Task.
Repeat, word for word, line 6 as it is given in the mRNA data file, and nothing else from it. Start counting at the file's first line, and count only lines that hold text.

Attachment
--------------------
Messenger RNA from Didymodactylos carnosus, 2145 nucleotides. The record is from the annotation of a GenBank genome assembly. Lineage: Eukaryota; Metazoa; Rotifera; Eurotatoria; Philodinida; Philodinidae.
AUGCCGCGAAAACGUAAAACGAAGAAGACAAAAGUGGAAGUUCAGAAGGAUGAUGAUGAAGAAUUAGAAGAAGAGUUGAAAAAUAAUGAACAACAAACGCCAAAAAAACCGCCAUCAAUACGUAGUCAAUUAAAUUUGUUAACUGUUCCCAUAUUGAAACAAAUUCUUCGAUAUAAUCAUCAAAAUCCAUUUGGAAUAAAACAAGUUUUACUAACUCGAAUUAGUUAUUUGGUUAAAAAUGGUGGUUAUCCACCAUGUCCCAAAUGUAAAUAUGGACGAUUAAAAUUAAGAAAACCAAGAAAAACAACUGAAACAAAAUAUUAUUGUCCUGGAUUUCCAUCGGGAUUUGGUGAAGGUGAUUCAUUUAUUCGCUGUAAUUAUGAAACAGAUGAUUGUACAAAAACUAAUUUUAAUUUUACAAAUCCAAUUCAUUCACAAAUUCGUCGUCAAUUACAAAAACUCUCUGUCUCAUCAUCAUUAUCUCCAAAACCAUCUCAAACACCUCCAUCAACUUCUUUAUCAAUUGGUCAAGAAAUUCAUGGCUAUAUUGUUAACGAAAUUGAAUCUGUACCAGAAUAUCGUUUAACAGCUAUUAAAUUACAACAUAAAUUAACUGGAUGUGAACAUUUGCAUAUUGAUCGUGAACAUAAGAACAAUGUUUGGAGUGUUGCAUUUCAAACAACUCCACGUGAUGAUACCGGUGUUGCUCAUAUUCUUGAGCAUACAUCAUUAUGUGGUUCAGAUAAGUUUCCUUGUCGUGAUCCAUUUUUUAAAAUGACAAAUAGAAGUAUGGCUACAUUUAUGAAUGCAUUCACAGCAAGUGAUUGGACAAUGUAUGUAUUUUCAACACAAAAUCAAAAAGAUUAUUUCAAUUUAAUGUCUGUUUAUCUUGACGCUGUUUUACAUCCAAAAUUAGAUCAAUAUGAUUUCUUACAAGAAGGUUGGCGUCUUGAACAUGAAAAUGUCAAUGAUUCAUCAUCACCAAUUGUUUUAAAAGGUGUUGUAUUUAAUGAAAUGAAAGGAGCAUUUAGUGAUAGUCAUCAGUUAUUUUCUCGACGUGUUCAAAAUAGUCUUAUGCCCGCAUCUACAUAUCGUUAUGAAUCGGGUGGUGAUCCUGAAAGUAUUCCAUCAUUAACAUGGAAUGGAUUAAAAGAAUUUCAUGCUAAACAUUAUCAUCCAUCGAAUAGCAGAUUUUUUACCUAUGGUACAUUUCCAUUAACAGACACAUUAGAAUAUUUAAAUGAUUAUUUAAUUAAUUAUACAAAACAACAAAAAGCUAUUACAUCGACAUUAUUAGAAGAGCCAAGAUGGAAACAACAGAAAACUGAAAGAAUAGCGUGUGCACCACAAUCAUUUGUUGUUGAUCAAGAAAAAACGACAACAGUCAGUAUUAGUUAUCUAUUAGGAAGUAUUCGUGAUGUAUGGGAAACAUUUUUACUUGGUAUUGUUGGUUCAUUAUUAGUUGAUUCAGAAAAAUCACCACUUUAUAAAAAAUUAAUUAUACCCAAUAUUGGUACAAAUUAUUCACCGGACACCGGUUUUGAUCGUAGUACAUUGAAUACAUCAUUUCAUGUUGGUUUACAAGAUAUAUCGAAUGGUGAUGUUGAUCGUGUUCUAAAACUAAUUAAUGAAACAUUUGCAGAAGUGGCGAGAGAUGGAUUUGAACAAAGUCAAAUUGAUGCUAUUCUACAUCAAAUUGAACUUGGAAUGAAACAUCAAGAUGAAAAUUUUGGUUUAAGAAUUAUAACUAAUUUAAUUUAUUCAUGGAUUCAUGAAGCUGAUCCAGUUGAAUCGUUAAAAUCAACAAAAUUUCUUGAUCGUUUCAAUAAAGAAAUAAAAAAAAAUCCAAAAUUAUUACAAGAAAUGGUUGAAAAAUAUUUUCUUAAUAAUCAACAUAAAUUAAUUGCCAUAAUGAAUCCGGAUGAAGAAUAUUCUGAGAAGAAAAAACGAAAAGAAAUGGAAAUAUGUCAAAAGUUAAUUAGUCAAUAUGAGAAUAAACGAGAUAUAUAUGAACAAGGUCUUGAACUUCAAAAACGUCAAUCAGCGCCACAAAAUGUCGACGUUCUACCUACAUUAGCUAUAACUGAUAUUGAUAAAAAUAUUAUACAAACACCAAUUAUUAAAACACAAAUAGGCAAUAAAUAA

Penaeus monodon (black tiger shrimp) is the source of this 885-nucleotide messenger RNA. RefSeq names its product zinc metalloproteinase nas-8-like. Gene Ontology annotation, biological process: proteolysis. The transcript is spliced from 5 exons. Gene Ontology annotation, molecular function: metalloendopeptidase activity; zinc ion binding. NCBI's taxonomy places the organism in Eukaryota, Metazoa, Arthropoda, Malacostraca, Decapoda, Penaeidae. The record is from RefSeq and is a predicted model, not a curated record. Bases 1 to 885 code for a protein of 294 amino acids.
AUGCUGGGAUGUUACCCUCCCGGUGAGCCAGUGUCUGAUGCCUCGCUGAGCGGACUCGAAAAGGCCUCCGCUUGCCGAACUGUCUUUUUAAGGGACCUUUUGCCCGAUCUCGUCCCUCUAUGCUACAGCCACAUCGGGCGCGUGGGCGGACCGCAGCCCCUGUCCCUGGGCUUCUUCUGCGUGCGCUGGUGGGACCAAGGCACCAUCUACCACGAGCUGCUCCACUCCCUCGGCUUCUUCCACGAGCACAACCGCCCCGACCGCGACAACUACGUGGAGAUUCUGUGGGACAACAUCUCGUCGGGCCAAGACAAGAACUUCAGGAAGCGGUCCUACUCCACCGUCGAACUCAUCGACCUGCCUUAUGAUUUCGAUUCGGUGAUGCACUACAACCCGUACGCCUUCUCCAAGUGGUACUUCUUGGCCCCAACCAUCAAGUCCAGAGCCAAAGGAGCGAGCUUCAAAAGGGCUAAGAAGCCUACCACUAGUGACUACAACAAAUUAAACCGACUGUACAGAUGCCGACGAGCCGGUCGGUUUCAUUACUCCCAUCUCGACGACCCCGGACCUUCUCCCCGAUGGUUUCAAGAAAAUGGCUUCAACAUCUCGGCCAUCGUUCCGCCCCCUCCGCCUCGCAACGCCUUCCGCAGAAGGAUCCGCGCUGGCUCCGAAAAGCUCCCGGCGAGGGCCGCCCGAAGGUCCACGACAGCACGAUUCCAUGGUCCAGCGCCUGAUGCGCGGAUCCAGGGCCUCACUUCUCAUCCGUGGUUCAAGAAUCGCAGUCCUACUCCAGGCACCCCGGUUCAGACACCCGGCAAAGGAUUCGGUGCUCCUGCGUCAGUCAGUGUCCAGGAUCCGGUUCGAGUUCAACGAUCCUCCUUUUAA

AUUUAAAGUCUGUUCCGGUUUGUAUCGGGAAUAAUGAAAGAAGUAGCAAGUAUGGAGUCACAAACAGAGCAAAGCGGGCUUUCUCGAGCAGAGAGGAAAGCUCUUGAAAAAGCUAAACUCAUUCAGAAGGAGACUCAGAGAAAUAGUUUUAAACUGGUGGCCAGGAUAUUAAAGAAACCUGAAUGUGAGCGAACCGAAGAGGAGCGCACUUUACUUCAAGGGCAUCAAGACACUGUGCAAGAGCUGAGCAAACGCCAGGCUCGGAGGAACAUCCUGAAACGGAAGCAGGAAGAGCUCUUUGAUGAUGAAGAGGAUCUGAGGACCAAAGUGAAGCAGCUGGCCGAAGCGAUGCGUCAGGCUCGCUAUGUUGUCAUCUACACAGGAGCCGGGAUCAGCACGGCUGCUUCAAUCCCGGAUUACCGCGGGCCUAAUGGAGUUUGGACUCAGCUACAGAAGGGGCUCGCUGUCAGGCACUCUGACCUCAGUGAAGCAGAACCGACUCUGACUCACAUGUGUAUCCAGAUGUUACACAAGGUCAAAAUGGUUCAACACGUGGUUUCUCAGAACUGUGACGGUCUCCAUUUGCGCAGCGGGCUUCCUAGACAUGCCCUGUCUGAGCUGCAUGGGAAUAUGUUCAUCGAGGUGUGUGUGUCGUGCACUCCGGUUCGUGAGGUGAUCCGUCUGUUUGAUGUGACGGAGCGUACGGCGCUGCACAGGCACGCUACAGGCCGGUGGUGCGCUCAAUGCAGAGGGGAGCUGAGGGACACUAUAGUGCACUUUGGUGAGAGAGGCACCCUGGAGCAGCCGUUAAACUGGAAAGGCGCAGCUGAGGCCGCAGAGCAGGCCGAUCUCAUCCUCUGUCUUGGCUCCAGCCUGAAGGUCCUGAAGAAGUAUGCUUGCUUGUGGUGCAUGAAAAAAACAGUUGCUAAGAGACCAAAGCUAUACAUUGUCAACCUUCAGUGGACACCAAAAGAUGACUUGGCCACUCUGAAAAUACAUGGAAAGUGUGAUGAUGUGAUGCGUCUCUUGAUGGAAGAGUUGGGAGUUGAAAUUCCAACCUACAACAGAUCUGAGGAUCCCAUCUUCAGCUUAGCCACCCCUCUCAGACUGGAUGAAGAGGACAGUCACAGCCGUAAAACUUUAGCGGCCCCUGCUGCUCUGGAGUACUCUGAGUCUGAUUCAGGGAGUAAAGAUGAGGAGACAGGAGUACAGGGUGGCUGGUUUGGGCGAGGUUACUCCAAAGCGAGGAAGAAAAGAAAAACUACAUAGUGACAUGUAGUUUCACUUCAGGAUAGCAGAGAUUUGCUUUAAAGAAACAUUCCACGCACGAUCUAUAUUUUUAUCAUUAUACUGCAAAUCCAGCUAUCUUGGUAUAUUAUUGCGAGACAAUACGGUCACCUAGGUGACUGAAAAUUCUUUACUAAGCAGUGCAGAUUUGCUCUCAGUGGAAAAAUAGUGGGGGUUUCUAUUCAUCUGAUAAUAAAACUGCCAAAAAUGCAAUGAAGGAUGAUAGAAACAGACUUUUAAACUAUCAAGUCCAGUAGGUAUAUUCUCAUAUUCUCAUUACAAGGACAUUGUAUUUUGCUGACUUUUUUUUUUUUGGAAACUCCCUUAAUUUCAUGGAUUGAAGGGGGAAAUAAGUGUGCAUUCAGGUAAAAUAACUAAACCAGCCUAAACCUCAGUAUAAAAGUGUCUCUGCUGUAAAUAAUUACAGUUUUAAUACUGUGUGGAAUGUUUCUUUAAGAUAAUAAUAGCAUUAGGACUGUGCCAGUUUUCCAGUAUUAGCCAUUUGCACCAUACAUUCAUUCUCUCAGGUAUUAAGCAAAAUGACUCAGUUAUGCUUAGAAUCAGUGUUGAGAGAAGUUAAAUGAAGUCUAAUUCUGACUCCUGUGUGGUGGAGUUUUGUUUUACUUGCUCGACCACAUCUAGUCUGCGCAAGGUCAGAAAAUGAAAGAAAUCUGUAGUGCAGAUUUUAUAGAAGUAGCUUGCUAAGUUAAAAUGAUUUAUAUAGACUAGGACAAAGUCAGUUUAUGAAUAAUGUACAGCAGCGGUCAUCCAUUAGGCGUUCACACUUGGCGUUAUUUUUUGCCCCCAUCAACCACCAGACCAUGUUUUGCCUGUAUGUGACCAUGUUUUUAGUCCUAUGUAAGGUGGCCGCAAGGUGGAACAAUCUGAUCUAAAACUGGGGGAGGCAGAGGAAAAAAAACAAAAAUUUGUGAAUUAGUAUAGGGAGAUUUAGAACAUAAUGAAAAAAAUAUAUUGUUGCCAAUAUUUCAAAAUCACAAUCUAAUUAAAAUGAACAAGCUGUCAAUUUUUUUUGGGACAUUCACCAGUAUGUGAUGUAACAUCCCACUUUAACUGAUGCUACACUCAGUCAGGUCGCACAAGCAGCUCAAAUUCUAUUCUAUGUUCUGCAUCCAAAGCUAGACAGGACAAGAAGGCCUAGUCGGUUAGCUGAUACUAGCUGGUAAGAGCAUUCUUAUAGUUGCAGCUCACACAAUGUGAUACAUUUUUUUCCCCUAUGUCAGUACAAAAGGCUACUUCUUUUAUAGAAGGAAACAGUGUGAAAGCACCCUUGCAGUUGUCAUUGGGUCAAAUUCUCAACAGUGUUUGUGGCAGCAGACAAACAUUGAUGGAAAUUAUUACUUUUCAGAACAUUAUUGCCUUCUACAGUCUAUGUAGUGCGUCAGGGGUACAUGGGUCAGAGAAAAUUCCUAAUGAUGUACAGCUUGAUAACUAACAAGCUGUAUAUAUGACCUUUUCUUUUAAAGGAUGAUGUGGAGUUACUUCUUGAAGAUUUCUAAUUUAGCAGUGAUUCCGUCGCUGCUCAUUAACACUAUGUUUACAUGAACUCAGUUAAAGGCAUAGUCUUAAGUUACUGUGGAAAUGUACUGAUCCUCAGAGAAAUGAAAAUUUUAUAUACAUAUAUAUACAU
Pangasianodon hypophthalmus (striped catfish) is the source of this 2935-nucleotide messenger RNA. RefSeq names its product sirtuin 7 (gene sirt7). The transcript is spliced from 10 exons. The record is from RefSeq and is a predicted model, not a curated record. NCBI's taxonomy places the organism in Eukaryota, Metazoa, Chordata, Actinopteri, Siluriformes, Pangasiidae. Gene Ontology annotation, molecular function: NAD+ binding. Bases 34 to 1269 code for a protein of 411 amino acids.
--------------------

Pangasianodon hypophthalmus (striped catfish) is the source of this 2935-nucleotide messenger RNA. RefSeq names its product sirtuin 7 (gene sirt7). The transcript is spliced from 10 exons. The record is from RefSeq and is a predicted model, not a curated record. NCBI's taxonomy places the organism in Eukaryota, Metazoa, Chordata, Actinopteri, Siluriformes, Pangasiidae. Gene Ontology annotation, molecular function: NAD+ binding. Bases 34 to 1269 code for a protein of 411 amino acids.